A big part of the ASM meeting for me was thinking about the role I envision for myself within the microbiology community, and how it will intersect with soil science, biogeochemistry, (and hopefully policy, too). The field of microbiology is so wide, and there are so many exciting techniques, both classical and new. I’ve been thinking about which approaches I want to just understand vs. apply to my own work vs. actively develop further.
It’s funny, in some ways, entering the field at this exciting time. (Or has it always been an exciting time to get into microbiology? I kind of think right now is special.) The sudden capacity for and influx of data from massive-scale sequencing of environmental microbial communities has opened up a whole world of possibilities. However, from something of an outsider’s perspective, it is a bit bewildering to look around and see a lot of projects that seem to be just focused on “seeing what’s there” (without being studies of the “rare biosphere”).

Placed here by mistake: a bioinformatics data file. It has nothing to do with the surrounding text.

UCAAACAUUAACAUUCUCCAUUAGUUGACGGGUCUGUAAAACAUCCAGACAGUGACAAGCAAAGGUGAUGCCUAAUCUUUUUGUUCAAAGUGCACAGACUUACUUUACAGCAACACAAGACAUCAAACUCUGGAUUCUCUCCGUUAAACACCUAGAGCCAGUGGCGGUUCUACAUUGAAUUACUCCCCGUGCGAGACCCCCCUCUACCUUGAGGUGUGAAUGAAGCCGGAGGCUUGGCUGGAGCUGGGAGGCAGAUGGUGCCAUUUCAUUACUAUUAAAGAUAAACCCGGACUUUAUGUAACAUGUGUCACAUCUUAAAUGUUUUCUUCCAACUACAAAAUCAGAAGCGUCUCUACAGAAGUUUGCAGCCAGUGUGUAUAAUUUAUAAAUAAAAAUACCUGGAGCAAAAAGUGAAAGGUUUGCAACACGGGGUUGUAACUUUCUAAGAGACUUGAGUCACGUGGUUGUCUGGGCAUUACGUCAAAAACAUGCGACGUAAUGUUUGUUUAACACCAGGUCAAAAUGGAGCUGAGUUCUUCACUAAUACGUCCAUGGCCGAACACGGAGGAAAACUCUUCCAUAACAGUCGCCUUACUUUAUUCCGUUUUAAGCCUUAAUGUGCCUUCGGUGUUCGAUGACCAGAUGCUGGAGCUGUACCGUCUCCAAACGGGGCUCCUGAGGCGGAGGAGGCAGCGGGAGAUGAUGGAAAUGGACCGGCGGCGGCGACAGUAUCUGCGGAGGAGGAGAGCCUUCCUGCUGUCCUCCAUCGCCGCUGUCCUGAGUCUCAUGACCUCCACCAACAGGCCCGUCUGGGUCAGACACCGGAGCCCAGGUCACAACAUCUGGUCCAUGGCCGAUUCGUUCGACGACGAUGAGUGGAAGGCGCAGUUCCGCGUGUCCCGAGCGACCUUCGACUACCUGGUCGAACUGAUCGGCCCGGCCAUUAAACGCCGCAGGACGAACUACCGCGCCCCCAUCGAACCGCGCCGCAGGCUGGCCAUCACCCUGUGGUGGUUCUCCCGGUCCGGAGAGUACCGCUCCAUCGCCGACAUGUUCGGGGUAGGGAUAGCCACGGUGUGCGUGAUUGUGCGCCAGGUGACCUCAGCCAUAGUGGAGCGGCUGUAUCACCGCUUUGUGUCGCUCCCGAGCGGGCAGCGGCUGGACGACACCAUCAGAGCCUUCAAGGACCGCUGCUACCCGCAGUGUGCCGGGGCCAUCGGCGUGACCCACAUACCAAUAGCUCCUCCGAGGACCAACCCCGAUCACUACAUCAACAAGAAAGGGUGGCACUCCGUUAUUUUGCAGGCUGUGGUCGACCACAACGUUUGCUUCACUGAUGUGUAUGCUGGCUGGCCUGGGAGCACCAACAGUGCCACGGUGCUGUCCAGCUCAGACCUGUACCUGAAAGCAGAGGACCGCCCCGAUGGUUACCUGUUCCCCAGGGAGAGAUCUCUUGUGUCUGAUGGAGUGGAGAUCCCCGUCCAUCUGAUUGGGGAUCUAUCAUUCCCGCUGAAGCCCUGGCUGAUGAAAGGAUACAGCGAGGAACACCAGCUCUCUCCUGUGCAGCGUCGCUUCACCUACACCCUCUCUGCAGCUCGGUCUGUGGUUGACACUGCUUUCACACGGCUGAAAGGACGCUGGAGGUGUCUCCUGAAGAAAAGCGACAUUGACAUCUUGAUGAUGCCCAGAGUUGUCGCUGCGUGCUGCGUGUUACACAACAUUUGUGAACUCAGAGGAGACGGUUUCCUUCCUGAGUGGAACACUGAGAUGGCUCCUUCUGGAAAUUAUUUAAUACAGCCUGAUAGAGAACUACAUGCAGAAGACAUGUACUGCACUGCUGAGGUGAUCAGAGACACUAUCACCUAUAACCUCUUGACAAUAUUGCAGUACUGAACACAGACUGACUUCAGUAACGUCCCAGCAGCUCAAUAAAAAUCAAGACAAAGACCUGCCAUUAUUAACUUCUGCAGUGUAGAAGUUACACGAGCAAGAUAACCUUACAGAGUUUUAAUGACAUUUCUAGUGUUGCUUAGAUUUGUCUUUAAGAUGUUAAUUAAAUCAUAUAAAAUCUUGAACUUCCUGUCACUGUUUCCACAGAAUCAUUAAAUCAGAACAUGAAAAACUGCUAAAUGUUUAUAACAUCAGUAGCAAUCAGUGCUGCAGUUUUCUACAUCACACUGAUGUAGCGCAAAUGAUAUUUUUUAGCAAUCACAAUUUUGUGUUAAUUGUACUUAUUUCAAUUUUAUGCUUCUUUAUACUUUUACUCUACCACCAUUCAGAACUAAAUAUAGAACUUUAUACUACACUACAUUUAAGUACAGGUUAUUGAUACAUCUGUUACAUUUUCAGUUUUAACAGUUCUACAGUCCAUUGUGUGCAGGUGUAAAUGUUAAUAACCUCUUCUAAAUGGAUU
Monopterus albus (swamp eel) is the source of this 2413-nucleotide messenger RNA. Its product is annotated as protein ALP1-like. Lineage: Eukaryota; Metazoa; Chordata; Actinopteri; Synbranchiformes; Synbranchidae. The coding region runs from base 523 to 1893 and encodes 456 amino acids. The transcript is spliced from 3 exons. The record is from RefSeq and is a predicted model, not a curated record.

Have we have passed the point where it is enough to simply sequence communities from different environments, and say, “Look – they are different!”? I think that there needs to be another layer. This doesn’t necessarily have to take the form of testing specific hypotheses about the ecology and mechanisms driving those differences (although that approach is always appealing to me). John Taylor made a convincing argument for why traditional hypothesis-driven research isn’t the only valuable approach, in his talk where he described combining exploratory research with “reverse ecology“. It will be interesting to see how the field of microbial ecology balances and combines the two systems in the coming years. (Note: I see there’s an IGERT on reverse ecology at Brown right now.)